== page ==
Jesus, saving face said, “Sorry, I meet a lot of people, it’s hard to remember everyone’s name. You know how it is. Right?”
“Sure, I guess,” whispered Bartholomew.
Jesus turned to the other executive team members. “Who’s responsible for assimilation? I need a way to keep track of all these new faces!”
Bartholomew chimes in, “I play the electric lyre and I’m pretty good.”
“Ok,” Jesus concedes. “Meet with Matthew for all the appropriate personality testing to see if you are a good fit to be on the executive disciple team, then we’ll have a try out to see if you can play well enough to lead.”
Bartholomew looked confused.
Jesus continued, “You don’t talk a lot while you lead worship do you? I have a pet peeve regarding worship leaders who chit-chat when they have a mic.”
“We should coordinate our calendars,” Matthew suggested, changing the subject. “We don’t want all the stuff we are planning to overlap.”
Jesus sat back and watched with pride as Matthew led the staff meeting with efficiency, never varying from the agenda.
Jesus ended this first staff meeting with a prayer. “Father, help us change the world. There are people out there who are hurting, wounded and in need of you. Guide our ministry so we can impact the world with your good news. I pray that people come to our service this week. That you’d be preparing their hearts, even now, to come to our new building. I pray that they would become tithing disciples who give to us so we can fulfill the ministry you have given to us. May you expand our territory so we can impact this evil culture for you.”
I don’t know about you, but whenever I’m in a situation where people start raising/waiving/hold their hands up in worship, I’m uncomfortable. I just don’t quite know how to do it, or what to do. Here’s a “how to” video. Caution: the “give the Lord a high five” move is very close to a Sieg Heil.
Best line….”Eight months to get the little chubby one to yell row. Kind of strange, such a simple word.” I don’t know who the advertising agency is for Geico, but they are brilliant.
I know that a person can go back in time and show me that the most common practice in the Lutheran Church, historically, is to offer people present in Church on Sunday the opportunity to participate in the offering, but I am troubled by the fact that we are offering this opportunity too often. It is obviously no longer something special for people. They are just going through the motions and it won’t mean as much if we keep offering it every Sunday. It is time to stop taking up the offering every Sunday. Once a month, or maybe once a quarter would be best, but surely not more than two times a month. I don’t really care that some people really want to participate in the collection of the offering, every Sunday. They should not impose their personal opinions on others, like me. Too often is a bad thing. It will lead to bad attitudes and a lack of preparation for participating in the offering.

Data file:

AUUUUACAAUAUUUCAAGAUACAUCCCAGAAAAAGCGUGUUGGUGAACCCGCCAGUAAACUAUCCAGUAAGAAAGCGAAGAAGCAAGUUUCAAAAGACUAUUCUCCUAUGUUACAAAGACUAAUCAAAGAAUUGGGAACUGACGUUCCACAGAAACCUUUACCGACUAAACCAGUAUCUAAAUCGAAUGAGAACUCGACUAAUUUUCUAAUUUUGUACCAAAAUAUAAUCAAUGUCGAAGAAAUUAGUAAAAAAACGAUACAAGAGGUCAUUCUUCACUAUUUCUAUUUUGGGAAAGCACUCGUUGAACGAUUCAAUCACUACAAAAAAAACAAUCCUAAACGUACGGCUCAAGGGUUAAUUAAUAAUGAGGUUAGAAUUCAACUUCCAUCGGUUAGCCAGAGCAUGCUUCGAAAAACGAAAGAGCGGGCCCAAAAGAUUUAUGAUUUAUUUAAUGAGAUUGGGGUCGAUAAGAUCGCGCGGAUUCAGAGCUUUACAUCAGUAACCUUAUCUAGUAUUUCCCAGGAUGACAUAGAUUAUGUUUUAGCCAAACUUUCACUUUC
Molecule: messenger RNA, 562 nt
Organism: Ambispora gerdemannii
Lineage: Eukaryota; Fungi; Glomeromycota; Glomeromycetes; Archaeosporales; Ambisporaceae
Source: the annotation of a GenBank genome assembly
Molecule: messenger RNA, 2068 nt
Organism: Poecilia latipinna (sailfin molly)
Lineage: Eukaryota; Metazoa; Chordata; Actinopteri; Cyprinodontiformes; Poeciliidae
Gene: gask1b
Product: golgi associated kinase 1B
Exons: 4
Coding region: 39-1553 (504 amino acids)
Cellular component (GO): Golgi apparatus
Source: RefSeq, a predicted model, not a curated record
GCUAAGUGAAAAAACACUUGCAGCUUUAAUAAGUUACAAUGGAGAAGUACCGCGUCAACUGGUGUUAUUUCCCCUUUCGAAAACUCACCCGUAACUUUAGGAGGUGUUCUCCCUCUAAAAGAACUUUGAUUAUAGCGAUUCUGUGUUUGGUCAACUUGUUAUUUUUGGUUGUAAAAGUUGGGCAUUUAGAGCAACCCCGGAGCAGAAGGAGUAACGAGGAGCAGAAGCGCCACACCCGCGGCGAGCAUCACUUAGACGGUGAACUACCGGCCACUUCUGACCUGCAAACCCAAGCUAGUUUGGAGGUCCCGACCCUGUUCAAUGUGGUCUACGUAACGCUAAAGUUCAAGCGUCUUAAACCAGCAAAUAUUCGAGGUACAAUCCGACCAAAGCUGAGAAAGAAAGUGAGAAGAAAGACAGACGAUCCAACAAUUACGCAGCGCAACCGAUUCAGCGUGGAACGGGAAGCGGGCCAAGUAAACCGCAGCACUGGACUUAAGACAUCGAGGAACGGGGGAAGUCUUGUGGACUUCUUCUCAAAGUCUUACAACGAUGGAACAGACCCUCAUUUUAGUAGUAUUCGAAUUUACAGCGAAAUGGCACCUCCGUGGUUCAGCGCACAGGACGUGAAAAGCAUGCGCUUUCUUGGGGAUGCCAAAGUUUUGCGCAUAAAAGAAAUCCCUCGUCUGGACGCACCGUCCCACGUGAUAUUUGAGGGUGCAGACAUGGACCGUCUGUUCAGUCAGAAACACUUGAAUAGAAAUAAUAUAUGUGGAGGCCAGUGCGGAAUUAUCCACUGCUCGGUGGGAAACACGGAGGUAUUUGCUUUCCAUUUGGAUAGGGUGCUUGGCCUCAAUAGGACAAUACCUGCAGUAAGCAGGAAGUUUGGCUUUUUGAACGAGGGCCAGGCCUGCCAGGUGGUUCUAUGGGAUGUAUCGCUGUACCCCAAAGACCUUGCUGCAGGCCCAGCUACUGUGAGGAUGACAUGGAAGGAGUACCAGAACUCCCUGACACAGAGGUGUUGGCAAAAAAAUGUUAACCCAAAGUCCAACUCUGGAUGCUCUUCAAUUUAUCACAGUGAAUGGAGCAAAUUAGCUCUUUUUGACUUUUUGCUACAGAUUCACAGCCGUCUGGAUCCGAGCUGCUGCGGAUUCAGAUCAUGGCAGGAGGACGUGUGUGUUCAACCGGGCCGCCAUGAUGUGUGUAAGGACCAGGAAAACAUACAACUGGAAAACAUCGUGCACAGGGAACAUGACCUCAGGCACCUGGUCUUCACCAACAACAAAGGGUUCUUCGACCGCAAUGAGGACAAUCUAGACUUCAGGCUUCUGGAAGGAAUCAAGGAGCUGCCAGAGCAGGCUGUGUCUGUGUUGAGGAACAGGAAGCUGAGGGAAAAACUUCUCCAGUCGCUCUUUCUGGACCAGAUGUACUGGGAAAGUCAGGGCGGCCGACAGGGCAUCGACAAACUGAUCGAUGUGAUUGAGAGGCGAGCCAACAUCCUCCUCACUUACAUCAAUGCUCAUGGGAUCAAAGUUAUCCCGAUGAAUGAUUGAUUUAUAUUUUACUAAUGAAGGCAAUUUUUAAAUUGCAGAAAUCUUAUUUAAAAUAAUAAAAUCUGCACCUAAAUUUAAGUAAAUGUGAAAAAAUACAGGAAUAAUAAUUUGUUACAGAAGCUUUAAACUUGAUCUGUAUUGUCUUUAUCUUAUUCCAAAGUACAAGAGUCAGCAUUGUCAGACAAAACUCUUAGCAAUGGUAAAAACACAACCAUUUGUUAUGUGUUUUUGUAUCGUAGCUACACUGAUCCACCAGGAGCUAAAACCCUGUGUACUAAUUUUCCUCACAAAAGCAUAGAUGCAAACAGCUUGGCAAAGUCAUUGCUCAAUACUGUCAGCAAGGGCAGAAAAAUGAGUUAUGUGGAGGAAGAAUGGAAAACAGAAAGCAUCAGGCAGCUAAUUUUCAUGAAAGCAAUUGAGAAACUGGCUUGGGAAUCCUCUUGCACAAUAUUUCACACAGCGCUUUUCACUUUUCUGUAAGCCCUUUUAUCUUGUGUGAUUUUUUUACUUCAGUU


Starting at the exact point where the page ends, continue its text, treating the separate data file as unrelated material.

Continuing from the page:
And for that matter, saying the Lord’s Prayer every Sunday is a bit much too. It just doesn’t seem special anymore. And listening to a sermon, we do that way too often. And singing hymns, that’s too much of a good thing too. And, for that matter, when I really think through what I’m suggesting here, I’m also going to have to say that I think reading the Bible too often is bad, and in fact, I really don’t think we should be expected to attend church every Sunday. That’s just making it way too common an experience, and again, it won’t be special and won’t be as meaningful. Besides, the Roman Catholics attend church every Sunday, pray the Lord’s Prayer every Sunday, and they take up an offering every Sunday. The last thing we Lutherans want to be accused of is being like the Roman Catholics. Taking the offering every Sunday is just too Catholic and doesn’t belong in a real Lutheran Church.
Less is more, that’s what I say.
This guy is a natural story teller, he is being interviewed by a local reporter in Arizona after being involved in a vehicle accident, trapped in his car by a downed power poll. HT: MZHemingway.
People have suggested that Wilken and McCain have a dance off. I’m game.
Here’s a preview of the routine I’m going to be doing. Yes, this will happen.
I really enjoy the Bad Vestments blog and it is always humorous, in a “if I do not laugh, I can only but cry” sort of way…they feature the world’s worst vestments. They devote their site, in their words, to “to subjecting particularly awful Christian liturgical vestments or church decorations to the ridicule they so richly deserve.”
Sometimes one rises above (below?) the rest. I present: the parrot chausuable. No, I’m not making this up. Here you go, and no, I have no idea what it means.
This is funny on so many levels, but also quite profound.